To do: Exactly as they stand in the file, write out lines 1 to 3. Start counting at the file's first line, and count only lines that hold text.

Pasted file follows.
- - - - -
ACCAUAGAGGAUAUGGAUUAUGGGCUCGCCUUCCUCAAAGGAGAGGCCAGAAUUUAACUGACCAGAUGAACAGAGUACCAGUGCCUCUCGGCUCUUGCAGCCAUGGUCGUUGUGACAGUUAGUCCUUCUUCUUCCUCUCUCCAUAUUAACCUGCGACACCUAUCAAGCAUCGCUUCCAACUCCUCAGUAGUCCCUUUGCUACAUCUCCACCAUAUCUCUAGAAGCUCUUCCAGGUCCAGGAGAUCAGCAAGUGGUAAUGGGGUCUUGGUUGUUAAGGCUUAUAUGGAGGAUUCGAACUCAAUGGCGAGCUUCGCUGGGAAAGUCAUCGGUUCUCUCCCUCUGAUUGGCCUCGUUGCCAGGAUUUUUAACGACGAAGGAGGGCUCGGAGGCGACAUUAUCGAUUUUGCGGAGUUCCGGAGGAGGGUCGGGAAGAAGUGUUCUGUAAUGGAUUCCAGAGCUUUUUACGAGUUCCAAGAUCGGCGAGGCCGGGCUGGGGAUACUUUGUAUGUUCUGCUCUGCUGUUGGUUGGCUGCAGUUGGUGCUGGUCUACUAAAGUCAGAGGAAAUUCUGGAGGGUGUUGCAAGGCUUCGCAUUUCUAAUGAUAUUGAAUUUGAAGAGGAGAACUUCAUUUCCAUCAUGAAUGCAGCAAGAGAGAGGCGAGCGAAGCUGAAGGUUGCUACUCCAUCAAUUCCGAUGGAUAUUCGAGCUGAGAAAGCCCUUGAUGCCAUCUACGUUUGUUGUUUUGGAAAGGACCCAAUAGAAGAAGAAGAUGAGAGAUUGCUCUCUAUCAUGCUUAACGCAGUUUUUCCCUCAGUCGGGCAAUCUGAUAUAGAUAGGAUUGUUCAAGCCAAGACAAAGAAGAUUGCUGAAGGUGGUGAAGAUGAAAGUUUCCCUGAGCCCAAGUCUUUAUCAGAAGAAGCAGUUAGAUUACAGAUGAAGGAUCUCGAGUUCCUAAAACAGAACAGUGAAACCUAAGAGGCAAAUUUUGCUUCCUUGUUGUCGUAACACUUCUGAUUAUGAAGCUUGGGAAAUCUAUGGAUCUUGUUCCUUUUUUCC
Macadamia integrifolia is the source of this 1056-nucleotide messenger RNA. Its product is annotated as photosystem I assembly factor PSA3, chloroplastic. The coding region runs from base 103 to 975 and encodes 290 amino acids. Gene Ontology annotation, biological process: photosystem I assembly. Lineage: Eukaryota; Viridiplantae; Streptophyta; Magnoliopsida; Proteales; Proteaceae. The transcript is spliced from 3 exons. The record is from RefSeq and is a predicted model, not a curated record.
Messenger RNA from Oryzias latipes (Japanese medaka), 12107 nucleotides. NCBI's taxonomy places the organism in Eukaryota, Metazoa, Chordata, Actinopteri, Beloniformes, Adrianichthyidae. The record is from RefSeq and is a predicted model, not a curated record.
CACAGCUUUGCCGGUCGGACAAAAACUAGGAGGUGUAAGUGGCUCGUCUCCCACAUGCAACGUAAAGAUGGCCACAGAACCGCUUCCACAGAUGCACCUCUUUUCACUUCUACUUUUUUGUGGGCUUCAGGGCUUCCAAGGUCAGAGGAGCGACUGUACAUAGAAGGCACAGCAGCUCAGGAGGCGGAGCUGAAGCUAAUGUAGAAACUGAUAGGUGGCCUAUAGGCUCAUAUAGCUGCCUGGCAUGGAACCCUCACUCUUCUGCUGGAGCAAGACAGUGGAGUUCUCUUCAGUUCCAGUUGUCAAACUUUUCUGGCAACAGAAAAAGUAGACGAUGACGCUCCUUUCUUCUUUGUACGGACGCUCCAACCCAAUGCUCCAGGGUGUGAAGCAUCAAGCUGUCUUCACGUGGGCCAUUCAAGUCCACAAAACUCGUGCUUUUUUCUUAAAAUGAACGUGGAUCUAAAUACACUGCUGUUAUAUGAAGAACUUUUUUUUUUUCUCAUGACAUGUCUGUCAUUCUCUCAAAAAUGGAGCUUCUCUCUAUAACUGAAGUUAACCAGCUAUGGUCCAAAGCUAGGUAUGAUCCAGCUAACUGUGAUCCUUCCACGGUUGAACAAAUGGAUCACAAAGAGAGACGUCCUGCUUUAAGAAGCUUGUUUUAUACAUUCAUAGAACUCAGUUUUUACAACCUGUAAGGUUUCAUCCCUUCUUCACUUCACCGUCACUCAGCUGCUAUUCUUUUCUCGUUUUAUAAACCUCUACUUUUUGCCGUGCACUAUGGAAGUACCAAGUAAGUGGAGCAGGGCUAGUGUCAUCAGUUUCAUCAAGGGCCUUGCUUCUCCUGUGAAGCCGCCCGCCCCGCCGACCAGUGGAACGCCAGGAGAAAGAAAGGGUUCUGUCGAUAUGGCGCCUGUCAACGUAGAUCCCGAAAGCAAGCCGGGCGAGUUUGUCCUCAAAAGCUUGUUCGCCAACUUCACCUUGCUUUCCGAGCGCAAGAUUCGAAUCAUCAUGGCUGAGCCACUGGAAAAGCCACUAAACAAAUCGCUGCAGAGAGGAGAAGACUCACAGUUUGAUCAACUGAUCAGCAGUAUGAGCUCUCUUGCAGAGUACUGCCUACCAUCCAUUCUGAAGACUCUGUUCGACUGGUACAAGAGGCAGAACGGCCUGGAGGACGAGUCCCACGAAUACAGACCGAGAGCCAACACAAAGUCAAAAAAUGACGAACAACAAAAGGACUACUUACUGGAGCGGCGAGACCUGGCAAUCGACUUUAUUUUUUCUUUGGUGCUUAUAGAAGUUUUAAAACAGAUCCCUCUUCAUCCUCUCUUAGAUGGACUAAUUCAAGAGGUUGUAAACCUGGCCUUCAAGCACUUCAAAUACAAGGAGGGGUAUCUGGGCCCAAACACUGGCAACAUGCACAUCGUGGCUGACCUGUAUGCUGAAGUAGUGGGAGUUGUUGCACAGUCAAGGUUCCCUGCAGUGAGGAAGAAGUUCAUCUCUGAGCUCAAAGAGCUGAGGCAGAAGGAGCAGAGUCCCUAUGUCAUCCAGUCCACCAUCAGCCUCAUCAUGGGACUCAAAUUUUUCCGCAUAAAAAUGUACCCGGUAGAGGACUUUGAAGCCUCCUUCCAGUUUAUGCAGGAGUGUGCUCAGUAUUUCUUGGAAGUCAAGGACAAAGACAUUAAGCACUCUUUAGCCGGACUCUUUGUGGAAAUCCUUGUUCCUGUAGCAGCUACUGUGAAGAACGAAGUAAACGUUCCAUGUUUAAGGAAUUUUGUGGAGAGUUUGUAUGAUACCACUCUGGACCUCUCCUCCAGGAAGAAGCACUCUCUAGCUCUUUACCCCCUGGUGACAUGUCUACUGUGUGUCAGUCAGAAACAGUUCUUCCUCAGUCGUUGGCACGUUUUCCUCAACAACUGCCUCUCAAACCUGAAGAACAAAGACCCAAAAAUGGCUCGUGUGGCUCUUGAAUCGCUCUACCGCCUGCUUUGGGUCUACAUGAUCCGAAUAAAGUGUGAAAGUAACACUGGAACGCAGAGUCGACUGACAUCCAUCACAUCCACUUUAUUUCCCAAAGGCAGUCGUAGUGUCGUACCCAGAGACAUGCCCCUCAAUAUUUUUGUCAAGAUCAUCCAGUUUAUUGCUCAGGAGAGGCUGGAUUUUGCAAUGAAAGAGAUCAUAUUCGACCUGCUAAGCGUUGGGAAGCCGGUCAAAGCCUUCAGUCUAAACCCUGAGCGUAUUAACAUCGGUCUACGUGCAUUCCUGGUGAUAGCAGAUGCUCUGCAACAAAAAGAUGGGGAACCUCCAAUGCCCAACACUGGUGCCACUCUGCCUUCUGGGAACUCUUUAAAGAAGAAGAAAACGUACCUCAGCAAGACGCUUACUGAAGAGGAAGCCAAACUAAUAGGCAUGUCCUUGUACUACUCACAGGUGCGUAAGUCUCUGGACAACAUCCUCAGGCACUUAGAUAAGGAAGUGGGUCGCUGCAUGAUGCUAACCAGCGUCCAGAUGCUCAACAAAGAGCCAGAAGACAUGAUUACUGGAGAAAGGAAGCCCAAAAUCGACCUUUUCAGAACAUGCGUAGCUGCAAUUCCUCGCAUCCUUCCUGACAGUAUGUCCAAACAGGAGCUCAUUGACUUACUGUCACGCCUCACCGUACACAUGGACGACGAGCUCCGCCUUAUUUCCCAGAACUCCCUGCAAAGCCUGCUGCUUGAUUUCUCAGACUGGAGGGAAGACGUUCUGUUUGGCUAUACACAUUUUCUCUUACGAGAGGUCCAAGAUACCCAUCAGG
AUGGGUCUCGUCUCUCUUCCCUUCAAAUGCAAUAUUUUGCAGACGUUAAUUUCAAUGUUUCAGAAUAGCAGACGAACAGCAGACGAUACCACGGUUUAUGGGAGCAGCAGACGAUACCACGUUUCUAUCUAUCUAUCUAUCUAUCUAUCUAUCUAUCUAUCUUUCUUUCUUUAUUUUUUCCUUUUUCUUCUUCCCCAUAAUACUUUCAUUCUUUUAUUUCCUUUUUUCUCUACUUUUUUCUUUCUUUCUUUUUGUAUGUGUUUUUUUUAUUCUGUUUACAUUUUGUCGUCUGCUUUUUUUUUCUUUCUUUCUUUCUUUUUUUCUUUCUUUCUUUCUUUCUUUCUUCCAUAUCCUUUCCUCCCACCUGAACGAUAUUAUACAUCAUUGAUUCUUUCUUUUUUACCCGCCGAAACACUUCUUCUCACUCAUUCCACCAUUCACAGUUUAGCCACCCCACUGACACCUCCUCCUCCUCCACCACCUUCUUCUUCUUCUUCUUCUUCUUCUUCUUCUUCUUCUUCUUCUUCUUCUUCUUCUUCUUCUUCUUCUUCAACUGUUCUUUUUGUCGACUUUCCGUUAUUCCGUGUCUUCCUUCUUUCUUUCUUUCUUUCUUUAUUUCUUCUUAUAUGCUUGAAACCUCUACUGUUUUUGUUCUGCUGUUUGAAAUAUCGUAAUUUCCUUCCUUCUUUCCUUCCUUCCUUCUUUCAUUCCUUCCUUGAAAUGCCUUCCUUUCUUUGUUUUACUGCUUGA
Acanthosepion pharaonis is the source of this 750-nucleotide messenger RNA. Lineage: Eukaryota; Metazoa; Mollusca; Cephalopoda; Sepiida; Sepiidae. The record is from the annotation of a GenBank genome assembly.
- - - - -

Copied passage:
ACCAUAGAGGAUAUGGAUUAUGGGCUCGCCUUCCUCAAAGGAGAGGCCAGAAUUUAACUGACCAGAUGAACAGAGUACCAGUGCCUCUCGGCUCUUGCAGCCAUGGUCGUUGUGACAGUUAGUCCUUCUUCUUCCUCUCUCCAUAUUAACCUGCGACACCUAUCAAGCAUCGCUUCCAACUCCUCAGUAGUCCCUUUGCUACAUCUCCACCAUAUCUCUAGAAGCUCUUCCAGGUCCAGGAGAUCAGCAAGUGGUAAUGGGGUCUUGGUUGUUAAGGCUUAUAUGGAGGAUUCGAACUCAAUGGCGAGCUUCGCUGGGAAAGUCAUCGGUUCUCUCCCUCUGAUUGGCCUCGUUGCCAGGAUUUUUAACGACGAAGGAGGGCUCGGAGGCGACAUUAUCGAUUUUGCGGAGUUCCGGAGGAGGGUCGGGAAGAAGUGUUCUGUAAUGGAUUCCAGAGCUUUUUACGAGUUCCAAGAUCGGCGAGGCCGGGCUGGGGAUACUUUGUAUGUUCUGCUCUGCUGUUGGUUGGCUGCAGUUGGUGCUGGUCUACUAAAGUCAGAGGAAAUUCUGGAGGGUGUUGCAAGGCUUCGCAUUUCUAAUGAUAUUGAAUUUGAAGAGGAGAACUUCAUUUCCAUCAUGAAUGCAGCAAGAGAGAGGCGAGCGAAGCUGAAGGUUGCUACUCCAUCAAUUCCGAUGGAUAUUCGAGCUGAGAAAGCCCUUGAUGCCAUCUACGUUUGUUGUUUUGGAAAGGACCCAAUAGAAGAAGAAGAUGAGAGAUUGCUCUCUAUCAUGCUUAACGCAGUUUUUCCCUCAGUCGGGCAAUCUGAUAUAGAUAGGAUUGUUCAAGCCAAGACAAAGAAGAUUGCUGAAGGUGGUGAAGAUGAAAGUUUCCCUGAGCCCAAGUCUUUAUCAGAAGAAGCAGUUAGAUUACAGAUGAAGGAUCUCGAGUUCCUAAAACAGAACAGUGAAACCUAAGAGGCAAAUUUUGCUUCCUUGUUGUCGUAACACUUCUGAUUAUGAAGCUUGGGAAAUCUAUGGAUCUUGUUCCUUUUUUCC
Macadamia integrifolia is the source of this 1056-nucleotide messenger RNA. Its product is annotated as photosystem I assembly factor PSA3, chloroplastic. The coding region runs from base 103 to 975 and encodes 290 amino acids. Gene Ontology annotation, biological process: photosystem I assembly. Lineage: Eukaryota; Viridiplantae; Streptophyta; Magnoliopsida; Proteales; Proteaceae. The transcript is spliced from 3 exons. The record is from RefSeq and is a predicted model, not a curated record.
Messenger RNA from Oryzias latipes (Japanese medaka), 12107 nucleotides. NCBI's taxonomy places the organism in Eukaryota, Metazoa, Chordata, Actinopteri, Beloniformes, Adrianichthyidae. The record is from RefSeq and is a predicted model, not a curated record.